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Home Office reconsideration policy for victims of traffickiing unlawful, High Court judge rules

The High Court has ruled as unlawful a Home Office policy of allowing victims of trafficking seeking a reconsideration of a negative decision to approach it only through specified organisations.

The case arose when law firm Deighton Pierce Glynn (DPG) was asked to act for DS, an Albanian woman whose claim to have been trafficked for sexual exploitation was rejected by the Home Office.

It said it would deal with applications only from bodies designated in a list of ‘first responders’ or from ‘support providers’ contracted by government to provide care for victims.

Applications would not be considered from lawyers, friends, relations or anyone else.

The Home Office has now agreed to change its policy as a result of the case,

DPG said it obtained new significant expert evidence in support of DS’s claim but the Home Office refused to even look at this since it came from a law firm.

It found that different ‘first responders’ and ‘support providers’ approached reconsideration requests differently and whether victims got help with challenging a negative decision “was dependent on which organisation provided them with support”.

Kerr J said in DS, R (on the application of) v Secretary of State for the Home Department [2019] EWHC 3046 that the essence of the challenge “is that the state is responsible under international law instruments for identifying and assisting victims of trafficking and may not delegate important aspects of that duty to non-state bodies.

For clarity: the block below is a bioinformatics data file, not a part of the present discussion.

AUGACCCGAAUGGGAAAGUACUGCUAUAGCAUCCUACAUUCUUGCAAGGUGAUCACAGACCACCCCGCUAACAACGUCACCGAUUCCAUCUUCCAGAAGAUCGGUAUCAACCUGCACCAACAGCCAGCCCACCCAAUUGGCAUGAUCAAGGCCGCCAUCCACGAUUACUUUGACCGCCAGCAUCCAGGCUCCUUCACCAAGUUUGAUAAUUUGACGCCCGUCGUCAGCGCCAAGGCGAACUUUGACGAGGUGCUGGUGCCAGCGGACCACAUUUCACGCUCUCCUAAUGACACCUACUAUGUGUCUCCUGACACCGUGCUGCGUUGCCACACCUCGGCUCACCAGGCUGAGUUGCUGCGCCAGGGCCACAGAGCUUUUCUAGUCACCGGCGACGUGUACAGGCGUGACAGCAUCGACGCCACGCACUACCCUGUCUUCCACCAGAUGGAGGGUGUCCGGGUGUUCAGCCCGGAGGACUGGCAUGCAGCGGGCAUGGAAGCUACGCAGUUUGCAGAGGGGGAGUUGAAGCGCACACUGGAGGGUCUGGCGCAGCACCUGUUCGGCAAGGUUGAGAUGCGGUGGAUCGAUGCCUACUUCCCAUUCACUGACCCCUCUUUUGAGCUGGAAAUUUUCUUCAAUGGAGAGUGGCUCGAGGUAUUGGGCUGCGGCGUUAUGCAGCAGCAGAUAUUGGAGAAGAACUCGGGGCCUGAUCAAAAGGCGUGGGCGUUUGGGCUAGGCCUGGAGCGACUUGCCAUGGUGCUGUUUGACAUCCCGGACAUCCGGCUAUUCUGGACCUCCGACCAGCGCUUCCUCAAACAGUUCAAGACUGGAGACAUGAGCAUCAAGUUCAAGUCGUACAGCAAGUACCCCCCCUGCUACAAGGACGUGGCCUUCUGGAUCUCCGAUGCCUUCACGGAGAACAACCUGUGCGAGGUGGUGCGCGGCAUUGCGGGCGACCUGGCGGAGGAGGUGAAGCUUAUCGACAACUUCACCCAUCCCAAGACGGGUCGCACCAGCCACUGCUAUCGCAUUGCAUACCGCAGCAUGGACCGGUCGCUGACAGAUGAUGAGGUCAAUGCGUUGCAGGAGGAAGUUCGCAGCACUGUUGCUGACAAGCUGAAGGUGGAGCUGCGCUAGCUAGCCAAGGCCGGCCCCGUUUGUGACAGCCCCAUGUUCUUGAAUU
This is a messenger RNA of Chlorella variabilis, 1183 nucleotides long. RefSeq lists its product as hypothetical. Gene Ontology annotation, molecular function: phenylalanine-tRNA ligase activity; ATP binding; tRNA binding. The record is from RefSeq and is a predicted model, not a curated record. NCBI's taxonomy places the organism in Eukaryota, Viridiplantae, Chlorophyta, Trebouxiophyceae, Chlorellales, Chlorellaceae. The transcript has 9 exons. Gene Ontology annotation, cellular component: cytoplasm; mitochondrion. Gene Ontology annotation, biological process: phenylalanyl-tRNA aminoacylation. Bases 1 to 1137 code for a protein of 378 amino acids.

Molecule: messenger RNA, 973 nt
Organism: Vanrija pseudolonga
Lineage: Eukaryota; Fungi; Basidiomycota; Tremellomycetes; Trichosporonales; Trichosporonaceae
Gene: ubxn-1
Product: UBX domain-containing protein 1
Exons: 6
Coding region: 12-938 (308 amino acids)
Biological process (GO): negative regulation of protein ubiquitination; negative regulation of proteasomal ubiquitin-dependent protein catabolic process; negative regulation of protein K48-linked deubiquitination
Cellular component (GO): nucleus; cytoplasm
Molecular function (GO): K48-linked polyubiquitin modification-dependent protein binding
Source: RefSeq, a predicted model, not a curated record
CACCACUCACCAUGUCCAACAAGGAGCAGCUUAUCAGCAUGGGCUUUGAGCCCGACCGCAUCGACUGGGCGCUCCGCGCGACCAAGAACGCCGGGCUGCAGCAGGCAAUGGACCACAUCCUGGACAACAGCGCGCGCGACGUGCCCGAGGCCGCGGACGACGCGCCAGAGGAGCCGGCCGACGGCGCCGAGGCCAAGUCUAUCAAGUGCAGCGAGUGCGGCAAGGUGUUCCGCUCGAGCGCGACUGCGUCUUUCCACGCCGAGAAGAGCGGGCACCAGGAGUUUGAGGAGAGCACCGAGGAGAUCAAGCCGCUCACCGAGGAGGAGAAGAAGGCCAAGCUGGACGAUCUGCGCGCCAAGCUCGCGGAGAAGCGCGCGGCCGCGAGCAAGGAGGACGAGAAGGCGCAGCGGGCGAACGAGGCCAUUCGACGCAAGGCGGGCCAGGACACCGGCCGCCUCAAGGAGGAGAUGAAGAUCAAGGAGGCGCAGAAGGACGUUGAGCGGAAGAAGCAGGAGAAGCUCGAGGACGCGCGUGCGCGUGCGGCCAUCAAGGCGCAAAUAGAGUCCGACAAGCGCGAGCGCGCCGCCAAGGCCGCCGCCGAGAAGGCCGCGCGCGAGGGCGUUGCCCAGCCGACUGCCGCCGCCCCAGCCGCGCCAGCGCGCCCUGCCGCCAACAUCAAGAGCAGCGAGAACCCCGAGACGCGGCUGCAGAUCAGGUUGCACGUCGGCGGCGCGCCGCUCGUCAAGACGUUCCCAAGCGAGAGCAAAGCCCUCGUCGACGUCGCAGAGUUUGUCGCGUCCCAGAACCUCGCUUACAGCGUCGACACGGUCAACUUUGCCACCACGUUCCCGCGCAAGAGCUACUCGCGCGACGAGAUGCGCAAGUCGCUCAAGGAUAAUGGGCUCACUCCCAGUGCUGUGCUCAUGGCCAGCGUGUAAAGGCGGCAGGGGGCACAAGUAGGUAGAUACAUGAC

“It is said that a rigid policy, not on its face admitting of any exceptions, is leading the [Home Secretary] to close her eyes and mind to relevant evidence that individuals are victims of trafficking after being wrongly identified as non-victims.”

The Home Office contended the policy was reasonable and lawful and “a legitimate means of performing the state's duty in a manner that is efficient, swift and effective”.

Kerr J said: “In my judgment, this policy does entail an abdication of the state's responsibility to perform the identification duty, in cases where a negative decision needs reconsidering in the light of relevant new material and the request for reconsideration is made directly to the single competent authority, not by a first responder or support provider but by a victim or victim's friend or relative or representative.”

He said a victim’s ability to bring judicial review or persuade a first responder to take a case on “might then turn on the happenstance that an enterprising lawyer is able, or unable, to obtain help from a sympathetic first responder or support organisation.

“These dismal thoughts lend force to the proposition that the real vice lies in the policy itself. There is also force in [the] argument that the restrictive nature of the policy impairs the effectiveness of the victim's remedy of reconsideration as a safeguard against breach of the duty to identify victims of human trafficking; and that the reconsideration policy operates arbitrarily, inconsistently and without transparency.”

He noted the government “is already committed to reviewing the policy”.

Mark Smulian

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